I have access 2016 and get the below error when importing the .txt with the standard function “import from .txt” and standard space delimited options:
The method “ExecuteTempImexSpe” for the object “WizHook” failed.
How can I solve this error and get the big data files rickenbach and wil in access in order I can filter and reduce them there before I run the plugin provided again?
@jimhami42, I would like to understand what the plugin does (can you comment this in the code?). It is an awesome approach to help me solve my problem by making a program, however I kindly ask to understand how it works. From research performed I understand that a .rbz file is a ruby script that can be run in Sketch Up. Thank you.
I was able to import the combined data from both the wil file and the rickenbach file. Until I saw them together, I wasn’t sure why you needed to “merge” them. As @NZSnowman pointed out, this is a lot of data points. The final result is about a million entities and a SketchUp file size of 170 MB. The plugin is not fast … on my computer it took a long long time to complete. Also, note that when it finishes, you will need to zoom extents to see where it was created. The coordinate data is imported as if they were in inches … the data will be somewhere northeast of X = 2,720,920 & Y = 1,256,200.
For testing purposes, you might try running the plugin with a much smaller range of data. For example, 2721335, 1256535 to 2721920,1257100. Also, if you open the Ruby Console window before running the plugin, it will display any errors that might occur.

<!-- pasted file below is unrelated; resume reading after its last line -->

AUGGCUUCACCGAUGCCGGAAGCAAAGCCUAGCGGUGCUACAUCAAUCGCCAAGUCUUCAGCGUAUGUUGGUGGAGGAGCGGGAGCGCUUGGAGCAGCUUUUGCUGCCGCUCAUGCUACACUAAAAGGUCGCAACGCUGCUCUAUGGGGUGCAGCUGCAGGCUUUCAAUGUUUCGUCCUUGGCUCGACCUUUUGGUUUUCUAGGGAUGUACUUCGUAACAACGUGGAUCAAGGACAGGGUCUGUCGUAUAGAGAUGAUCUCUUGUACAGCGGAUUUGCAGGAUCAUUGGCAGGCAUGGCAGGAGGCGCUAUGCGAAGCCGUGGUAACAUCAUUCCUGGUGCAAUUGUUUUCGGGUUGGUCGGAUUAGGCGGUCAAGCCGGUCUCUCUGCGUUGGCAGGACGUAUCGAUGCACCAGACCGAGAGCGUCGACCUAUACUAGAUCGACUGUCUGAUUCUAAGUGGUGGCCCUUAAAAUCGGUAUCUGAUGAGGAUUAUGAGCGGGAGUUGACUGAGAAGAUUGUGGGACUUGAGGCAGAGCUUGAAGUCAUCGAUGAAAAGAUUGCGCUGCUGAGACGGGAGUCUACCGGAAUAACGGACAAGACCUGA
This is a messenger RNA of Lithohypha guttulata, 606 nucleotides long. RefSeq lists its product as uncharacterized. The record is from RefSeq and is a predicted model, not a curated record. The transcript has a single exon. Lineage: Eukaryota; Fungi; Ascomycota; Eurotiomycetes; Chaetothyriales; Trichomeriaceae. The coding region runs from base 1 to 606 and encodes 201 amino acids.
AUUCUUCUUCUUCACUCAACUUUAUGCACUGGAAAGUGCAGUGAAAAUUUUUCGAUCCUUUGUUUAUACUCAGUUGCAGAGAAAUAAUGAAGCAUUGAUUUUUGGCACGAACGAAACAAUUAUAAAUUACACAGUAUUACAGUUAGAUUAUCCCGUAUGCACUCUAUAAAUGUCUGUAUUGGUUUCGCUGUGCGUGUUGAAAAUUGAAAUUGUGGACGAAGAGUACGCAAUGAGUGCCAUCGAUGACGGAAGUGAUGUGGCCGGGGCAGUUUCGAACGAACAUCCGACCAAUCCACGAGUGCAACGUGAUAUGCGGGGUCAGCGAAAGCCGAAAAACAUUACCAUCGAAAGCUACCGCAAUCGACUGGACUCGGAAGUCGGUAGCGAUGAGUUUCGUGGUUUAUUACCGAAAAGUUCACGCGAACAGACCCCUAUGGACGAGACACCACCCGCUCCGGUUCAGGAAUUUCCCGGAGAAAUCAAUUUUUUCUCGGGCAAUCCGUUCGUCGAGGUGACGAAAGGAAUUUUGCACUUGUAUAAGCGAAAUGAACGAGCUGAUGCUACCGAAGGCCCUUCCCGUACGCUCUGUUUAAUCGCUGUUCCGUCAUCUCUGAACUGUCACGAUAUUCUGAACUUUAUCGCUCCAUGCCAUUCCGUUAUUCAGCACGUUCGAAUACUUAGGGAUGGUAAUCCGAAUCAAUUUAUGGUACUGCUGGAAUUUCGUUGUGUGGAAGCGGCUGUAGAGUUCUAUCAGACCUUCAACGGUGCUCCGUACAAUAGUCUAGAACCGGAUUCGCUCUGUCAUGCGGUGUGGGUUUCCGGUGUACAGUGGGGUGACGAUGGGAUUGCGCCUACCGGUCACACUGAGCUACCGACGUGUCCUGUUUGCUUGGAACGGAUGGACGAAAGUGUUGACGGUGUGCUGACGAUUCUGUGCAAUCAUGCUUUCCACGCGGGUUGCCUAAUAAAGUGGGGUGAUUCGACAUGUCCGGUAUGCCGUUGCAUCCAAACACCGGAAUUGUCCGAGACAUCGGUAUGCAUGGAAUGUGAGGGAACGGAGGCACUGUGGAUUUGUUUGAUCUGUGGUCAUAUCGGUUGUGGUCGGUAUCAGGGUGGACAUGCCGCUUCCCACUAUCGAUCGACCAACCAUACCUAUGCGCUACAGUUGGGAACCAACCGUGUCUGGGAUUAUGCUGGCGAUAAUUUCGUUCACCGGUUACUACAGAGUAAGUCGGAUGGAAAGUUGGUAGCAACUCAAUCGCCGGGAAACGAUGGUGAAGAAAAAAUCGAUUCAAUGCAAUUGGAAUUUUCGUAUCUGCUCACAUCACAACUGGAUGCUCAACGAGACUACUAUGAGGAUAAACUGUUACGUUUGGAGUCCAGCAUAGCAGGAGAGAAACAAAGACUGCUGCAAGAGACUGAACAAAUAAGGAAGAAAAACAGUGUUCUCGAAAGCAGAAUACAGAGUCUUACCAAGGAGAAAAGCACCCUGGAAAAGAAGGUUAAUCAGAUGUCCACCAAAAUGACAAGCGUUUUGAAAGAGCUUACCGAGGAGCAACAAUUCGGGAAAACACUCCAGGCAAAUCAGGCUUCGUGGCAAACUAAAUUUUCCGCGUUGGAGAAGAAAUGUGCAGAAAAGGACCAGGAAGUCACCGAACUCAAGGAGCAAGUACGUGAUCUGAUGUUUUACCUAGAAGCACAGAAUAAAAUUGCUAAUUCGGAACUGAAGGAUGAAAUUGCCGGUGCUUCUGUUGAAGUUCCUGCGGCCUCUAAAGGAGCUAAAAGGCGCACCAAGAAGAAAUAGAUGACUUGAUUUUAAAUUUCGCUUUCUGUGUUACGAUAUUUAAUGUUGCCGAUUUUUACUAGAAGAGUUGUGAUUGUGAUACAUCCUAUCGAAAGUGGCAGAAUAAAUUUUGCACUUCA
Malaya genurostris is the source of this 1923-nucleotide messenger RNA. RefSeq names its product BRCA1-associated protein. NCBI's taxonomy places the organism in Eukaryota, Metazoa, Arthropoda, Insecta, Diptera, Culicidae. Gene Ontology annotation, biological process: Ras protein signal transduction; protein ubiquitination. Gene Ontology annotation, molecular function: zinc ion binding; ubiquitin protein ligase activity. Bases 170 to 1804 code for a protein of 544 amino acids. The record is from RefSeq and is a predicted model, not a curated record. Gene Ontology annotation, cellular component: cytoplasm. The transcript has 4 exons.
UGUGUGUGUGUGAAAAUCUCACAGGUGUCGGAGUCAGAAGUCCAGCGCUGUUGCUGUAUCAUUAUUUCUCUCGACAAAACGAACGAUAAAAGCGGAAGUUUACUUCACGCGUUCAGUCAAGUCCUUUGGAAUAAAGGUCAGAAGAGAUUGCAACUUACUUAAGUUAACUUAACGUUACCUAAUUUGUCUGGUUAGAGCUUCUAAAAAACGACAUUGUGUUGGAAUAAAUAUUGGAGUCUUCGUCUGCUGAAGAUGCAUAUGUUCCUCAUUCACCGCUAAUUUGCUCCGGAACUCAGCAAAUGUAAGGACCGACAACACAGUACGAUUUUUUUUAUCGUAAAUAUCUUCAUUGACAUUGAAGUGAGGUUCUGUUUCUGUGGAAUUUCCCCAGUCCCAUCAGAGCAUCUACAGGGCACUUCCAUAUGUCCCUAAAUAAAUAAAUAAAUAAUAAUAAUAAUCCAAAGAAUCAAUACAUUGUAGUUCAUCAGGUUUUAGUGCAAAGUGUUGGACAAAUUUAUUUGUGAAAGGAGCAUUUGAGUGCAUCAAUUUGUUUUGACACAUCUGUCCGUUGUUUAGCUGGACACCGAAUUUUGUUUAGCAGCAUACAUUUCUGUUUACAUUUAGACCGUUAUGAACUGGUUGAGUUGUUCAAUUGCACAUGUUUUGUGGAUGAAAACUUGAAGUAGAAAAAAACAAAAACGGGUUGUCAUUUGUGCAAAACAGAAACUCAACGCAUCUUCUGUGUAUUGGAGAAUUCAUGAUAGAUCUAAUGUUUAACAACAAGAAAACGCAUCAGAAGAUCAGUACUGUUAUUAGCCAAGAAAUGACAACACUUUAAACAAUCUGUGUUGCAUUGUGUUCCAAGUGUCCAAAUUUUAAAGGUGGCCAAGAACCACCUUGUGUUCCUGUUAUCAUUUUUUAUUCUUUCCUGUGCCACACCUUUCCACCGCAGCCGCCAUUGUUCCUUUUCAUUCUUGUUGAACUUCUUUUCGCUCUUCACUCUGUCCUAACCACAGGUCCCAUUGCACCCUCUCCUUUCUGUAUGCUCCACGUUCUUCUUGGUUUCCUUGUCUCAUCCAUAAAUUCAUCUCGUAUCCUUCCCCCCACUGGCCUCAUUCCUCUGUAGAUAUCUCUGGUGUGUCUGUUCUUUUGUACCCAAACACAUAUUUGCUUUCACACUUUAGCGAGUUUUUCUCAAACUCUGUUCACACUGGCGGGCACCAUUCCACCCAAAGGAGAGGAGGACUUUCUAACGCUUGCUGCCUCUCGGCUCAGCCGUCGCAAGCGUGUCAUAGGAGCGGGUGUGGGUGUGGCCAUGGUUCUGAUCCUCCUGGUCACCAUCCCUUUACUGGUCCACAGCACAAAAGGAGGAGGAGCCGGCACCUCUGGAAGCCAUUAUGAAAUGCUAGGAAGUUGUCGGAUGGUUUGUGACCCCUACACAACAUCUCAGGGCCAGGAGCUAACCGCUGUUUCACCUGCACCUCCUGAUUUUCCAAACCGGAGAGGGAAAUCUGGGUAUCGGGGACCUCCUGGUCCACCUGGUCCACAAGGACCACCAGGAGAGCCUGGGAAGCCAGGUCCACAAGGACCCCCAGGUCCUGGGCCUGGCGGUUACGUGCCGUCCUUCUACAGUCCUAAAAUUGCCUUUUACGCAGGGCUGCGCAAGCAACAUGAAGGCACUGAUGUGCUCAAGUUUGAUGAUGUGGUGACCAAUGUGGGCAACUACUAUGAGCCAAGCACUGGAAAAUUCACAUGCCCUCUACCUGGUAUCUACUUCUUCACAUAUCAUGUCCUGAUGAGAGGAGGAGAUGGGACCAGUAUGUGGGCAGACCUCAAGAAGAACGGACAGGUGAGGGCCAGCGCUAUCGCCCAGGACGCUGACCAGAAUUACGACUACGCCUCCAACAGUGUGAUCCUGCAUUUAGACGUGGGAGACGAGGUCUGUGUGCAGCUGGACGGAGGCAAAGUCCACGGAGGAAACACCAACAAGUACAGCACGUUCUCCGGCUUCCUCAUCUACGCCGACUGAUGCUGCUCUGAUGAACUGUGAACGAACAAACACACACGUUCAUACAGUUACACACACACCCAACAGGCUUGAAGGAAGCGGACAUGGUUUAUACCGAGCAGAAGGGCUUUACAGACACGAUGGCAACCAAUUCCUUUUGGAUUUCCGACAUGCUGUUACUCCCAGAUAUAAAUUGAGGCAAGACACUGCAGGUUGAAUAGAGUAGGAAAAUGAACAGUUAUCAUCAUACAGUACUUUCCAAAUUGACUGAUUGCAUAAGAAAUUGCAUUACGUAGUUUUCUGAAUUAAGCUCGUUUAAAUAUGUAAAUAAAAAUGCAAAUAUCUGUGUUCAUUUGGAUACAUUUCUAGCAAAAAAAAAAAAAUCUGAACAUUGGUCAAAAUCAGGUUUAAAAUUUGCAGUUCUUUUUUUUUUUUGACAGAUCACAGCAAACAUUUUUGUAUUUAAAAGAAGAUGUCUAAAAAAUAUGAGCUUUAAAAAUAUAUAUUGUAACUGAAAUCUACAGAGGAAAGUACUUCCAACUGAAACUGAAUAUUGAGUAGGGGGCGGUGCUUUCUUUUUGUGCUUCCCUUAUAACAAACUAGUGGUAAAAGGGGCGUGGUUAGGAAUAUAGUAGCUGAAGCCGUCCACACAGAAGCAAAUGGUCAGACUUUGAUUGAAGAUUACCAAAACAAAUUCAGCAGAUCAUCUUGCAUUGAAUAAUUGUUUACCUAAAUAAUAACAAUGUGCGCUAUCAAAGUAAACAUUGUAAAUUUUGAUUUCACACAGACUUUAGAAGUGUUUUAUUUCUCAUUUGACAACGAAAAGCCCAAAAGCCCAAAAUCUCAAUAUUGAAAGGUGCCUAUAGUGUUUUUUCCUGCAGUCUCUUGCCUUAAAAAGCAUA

You had originally asked about the -9999 values. These are used to indicate datum points in the data that are not valid. When imported, they “hang down” like this:
Opening the group and selecting the “tail” with the right-to-left crossing window:
You can then delete the “tail” and zoom extents on the result. Here are plan views of both files with the data imported and exploded over each other:
If you are wanting to learn a little Ruby to assist you in doing this yourself, I’ll be more than happy to help. The RBZ file is a RB text file that has been zipped. The original ZIP extension was simply changed to RBZ. You can change it back to ZIP and unzip the file or download the RB (text) file from the website (RB refers to the RuBy language).
From time to time, I come across an interesting programming problem and, once I start, I can’t seem to leave well enough alone. This is one of them.